Are you leaving your communications to chance?

Does your organization have a written communications strategy?

If not, you’re not alone. 

A recent global survey from Gallagher Group revealed that over half of all organizations don’t have a planned approach to their internal communications. It’s understandable - communications teams are often small, and stretched thin supporting multiple projects and initiatives. 

They become trapped in a vicious circle. Reacting to ad hoc requests can make it feel like there’s no time to step back and develop a strategy. But without one, there’s no ability to manage and structure the many requests that pile up on a daily basis.

This doesn’t just impact the communications team, it impacts the whole organization. Employees end up bombarded with excessive, confusing and conflicting messages, making it harder for them to prioritize the information they need to perform well. Leaders struggle to be heard over the noise. People end up disengaged and lacking direction. 

These are the reasons why we think it’s time to bite the bullet, and set aside the time to develop your organizational communications strategy. 


Performance is a Communications Issue

Take a look at our infographic.

Only one in three employees understands their company’s strategy, and fewer than 10 percent can describe their role in delivering it. 

It doesn’t take a Jack Welch to understand how this impacts organizational performance… and just how much value is being left on the table because employees are (inadvertently) working in a directionless fashion.

Pulling in the same direction, singing from the same song sheet… whatever your preferred cliche, helping employees to perform at their best, and deliver what is expected by leadership, is a critical function of the communications team. 

When organizations are able to clearly communicate not only their strategy, but how every employee group, from administrative staff to senior leaders, plays a part in delivering it, the benefits are manifest. Not only does the company start achieving its goals, employees become more engaged, innovative and productive - because you’ve made it easy for them to see how they are part of the business’s success.

Turn the volume down

We’ve all said it a million times. We’re suffering from communications overload. Everywhere people turn, from the moment they wake up and check their phones, to an advertisement-filled morning commute, to arriving at work to an overflowing inbox, they are being asked to process more and more information.

Human beings make around 35,000 decisions a day, many of them unconscious. The more information we’re asked to process, the more overloaded our brains become, and the poorer the quality of our decision making. 

It may seem counterintuitive, but one of the most important roles of a communicator is turning the volume DOWN. 


By carefully designing and strictly employing a clear communications strategy (and this second part is key), the important messages can reach the right people at the right time. Communicators can use a strategy to educate the organization about a more selective communications approach that supports employees to perform at their best, and reduces overwhelm for everyone. Including the comms team. 

Be a culture shaper

Culture eats strategy for breakfast, right?

Well yes. But somewhat ironically, culture doesn’t just happen - it needs a planned approach. A strategy, if you will.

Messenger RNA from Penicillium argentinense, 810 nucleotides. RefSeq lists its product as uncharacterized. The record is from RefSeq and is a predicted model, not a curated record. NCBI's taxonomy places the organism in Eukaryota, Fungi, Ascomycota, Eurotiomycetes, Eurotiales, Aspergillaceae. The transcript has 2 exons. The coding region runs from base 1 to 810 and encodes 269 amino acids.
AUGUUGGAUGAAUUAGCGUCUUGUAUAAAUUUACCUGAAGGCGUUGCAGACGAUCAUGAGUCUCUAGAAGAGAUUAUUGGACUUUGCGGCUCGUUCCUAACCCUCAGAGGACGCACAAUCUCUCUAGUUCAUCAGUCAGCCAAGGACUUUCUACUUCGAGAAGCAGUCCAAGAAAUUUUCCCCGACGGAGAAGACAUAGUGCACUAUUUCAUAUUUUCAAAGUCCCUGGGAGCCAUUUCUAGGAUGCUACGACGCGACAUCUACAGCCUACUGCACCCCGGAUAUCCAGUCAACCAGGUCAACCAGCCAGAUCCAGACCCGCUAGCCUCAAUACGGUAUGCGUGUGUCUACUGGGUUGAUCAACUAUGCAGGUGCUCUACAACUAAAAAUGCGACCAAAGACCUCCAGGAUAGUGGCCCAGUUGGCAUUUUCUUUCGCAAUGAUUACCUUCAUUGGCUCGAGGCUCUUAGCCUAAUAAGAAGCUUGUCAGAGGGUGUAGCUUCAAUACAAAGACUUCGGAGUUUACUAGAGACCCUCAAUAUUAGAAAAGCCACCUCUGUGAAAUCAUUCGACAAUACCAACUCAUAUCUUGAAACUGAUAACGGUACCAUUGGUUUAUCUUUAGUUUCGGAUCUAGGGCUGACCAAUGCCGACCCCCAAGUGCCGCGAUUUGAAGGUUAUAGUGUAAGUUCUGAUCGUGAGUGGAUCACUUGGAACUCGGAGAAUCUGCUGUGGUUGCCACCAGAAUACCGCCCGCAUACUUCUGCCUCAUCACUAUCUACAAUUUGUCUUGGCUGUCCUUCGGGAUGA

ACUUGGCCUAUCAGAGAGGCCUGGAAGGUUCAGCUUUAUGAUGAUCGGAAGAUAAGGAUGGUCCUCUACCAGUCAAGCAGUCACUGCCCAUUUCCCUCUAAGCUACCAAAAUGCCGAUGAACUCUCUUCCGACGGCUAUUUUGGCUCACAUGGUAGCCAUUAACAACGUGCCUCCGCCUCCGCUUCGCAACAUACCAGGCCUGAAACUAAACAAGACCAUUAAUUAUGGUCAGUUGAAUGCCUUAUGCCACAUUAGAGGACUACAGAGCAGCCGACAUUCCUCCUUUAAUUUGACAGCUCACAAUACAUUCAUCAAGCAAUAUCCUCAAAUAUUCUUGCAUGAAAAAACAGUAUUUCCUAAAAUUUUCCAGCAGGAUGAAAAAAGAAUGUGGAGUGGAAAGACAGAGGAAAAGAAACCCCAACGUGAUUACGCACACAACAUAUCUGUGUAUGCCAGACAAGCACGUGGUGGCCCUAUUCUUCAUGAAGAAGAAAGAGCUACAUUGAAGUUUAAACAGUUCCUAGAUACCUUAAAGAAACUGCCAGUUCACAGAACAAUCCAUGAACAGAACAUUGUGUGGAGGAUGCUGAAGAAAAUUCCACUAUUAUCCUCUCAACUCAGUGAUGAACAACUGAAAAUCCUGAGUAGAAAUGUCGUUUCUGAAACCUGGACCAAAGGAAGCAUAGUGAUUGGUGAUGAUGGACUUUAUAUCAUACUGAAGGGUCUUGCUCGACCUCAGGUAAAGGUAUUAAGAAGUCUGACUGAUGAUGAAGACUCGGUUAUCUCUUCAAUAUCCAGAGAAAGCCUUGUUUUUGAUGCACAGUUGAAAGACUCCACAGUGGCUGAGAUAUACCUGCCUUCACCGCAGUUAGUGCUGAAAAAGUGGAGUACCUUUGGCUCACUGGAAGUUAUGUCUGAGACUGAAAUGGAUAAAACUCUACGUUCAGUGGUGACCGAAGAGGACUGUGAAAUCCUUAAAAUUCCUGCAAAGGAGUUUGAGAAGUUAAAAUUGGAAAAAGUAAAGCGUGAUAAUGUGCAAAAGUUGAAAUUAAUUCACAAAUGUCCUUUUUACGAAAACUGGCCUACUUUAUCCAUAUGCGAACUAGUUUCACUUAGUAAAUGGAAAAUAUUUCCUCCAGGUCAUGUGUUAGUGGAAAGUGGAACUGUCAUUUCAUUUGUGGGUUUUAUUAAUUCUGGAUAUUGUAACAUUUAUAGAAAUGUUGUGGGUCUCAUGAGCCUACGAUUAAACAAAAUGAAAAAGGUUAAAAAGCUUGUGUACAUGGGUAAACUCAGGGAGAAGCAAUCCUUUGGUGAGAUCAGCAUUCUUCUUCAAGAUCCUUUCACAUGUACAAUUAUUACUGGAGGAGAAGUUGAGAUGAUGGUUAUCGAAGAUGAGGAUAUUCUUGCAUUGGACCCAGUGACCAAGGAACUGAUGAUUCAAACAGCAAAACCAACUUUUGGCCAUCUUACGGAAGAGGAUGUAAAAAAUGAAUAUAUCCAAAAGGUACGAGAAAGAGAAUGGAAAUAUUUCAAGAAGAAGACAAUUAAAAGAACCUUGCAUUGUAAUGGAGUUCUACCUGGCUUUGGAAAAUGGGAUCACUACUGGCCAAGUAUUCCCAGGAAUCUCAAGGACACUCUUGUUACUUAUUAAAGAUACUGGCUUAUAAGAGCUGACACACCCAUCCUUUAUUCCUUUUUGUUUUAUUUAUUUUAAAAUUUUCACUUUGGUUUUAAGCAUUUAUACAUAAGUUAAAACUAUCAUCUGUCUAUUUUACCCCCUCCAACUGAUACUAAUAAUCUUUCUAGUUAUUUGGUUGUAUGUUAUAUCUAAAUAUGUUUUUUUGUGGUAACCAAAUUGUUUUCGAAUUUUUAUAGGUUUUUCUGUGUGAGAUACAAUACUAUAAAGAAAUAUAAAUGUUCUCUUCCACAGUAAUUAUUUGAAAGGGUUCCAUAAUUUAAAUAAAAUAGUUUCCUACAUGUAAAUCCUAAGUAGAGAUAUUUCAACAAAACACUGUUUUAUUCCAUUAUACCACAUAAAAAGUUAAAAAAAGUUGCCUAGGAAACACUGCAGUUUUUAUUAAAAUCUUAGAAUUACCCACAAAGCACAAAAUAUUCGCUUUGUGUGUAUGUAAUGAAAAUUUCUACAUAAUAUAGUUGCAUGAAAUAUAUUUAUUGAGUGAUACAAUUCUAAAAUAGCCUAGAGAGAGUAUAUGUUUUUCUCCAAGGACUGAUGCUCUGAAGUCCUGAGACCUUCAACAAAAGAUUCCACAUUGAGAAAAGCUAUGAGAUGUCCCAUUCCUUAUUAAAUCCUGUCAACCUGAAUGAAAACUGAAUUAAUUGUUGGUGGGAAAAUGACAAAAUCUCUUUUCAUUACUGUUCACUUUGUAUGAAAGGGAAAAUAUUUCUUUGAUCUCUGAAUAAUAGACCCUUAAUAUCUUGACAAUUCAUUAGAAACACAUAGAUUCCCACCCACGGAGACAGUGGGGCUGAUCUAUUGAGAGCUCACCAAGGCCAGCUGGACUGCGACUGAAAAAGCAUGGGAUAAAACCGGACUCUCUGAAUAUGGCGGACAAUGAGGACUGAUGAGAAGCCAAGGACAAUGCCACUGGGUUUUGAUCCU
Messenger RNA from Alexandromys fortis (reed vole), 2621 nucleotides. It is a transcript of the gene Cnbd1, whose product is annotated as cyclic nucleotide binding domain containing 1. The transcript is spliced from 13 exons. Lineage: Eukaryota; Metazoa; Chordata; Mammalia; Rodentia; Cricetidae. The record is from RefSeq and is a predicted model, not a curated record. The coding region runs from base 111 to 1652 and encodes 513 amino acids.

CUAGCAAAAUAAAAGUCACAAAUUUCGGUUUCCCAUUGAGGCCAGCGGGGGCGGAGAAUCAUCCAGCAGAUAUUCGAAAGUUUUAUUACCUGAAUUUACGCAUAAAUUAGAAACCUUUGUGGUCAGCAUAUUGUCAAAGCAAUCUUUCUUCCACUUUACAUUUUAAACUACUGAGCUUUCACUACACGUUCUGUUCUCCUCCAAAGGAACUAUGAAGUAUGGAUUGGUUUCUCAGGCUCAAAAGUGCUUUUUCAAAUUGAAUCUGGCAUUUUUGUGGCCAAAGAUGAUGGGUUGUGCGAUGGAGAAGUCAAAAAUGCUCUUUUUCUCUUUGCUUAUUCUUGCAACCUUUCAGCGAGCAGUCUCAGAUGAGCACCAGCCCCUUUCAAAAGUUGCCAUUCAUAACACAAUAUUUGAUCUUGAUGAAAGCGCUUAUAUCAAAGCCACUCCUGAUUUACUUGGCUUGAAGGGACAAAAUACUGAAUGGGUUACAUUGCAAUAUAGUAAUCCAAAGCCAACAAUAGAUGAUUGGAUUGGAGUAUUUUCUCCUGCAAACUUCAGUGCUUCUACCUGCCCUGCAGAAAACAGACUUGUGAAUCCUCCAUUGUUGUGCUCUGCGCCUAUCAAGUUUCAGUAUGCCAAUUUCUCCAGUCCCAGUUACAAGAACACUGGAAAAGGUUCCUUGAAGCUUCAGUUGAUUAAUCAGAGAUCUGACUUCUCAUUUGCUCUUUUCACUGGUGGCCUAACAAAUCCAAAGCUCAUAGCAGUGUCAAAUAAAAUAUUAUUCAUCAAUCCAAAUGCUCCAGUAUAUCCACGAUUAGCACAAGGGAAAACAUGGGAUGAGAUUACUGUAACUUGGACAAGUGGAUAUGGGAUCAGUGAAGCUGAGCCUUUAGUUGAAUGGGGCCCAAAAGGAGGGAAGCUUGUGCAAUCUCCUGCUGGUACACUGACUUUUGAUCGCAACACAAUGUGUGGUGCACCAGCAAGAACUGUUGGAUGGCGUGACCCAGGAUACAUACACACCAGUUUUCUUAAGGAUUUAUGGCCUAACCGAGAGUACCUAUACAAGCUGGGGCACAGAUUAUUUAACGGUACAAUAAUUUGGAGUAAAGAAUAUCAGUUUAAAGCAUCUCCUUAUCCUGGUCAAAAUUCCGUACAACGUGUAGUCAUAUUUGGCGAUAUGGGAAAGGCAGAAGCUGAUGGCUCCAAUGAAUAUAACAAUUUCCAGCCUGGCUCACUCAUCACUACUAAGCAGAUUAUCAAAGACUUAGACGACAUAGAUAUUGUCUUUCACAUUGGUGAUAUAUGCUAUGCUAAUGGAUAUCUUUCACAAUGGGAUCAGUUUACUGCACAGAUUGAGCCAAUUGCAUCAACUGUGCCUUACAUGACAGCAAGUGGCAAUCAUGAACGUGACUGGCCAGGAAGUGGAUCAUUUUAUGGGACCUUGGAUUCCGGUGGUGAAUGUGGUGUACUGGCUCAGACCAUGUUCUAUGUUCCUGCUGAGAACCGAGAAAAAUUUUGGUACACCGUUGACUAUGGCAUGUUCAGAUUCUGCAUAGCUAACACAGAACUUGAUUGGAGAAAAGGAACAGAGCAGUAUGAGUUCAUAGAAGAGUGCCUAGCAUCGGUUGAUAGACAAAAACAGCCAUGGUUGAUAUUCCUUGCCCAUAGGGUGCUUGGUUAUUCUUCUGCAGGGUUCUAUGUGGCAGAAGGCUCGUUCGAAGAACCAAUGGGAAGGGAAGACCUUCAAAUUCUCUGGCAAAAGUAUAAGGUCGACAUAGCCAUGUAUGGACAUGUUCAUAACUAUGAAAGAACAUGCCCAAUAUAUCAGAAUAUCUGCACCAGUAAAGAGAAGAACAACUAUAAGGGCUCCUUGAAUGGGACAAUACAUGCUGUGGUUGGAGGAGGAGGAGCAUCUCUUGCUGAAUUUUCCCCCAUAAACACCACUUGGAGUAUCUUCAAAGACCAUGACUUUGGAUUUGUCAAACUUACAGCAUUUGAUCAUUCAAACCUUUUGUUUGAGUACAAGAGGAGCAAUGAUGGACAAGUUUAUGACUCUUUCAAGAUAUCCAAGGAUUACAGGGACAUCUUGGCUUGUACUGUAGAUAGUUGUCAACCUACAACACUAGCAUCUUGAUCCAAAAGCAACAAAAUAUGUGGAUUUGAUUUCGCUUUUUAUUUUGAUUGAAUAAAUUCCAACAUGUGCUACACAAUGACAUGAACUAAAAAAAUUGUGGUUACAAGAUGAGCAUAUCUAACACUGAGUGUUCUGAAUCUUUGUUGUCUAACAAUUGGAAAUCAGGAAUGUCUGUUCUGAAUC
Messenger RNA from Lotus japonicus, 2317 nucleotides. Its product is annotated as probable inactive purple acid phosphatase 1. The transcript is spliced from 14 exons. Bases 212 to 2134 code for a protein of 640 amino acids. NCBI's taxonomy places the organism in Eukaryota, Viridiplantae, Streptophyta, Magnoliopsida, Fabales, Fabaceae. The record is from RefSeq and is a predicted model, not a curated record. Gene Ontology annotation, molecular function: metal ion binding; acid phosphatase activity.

Top organizations don’t just have a people and culture strategy, they make people and culture part of their overall strategy. When communications planning is aligned with this, communicators can use their whole toolkit to ensure that every corporate message acts as a building block in constructing the type of culture the organization wants to have. 


How you prioritize your messages, your tone of voice, what channels you use: all these things can play an important role in creating the day to day expectations and behavioural norms that come to make up a culture. Ping pong tables and slushy machines are great, but it’s how we choose to communicate that really speaks volumes about what a culture is really like. 

Credibility gets results

For all the communicators reading this: How often does it feel like people in your organization think your only job is to write all-points emails? Or worse, to send out the badly written emails that they wrote? 

While changing perceptions takes time, the old adage that respect is earned is also true. When communicators treat the function as a key contributor to organizational success, others will follow suit. 

A written strategy positions communicators as credible businesspeople, with the capability to use their expertise to deliver real results. 

This applies equally to communicators in government and not-for-profits, too. All organizations have objectives which can usually only be achieved with strategic planning, which includes the allocation of finite resources. All communicators can benefit from knowing how to apply strategic principles and language. 

A reputation for gravitas makes it far easier to educate the business on how the comms function can help to deliver their objectives in the right way. And not just send out unreadable emails. 


We’ll be sharing a future post about the elements of a communications strategy, to help kick off what can feel like a daunting process.But we know that finding the time and resources to develop a strategy can be tough. If you’d like to have a conversation with us about developing a more strategic approach to your communications, please get in touch. 
We believe in being your partner, and we want you to get to know us before we work together, so our first hour is always free.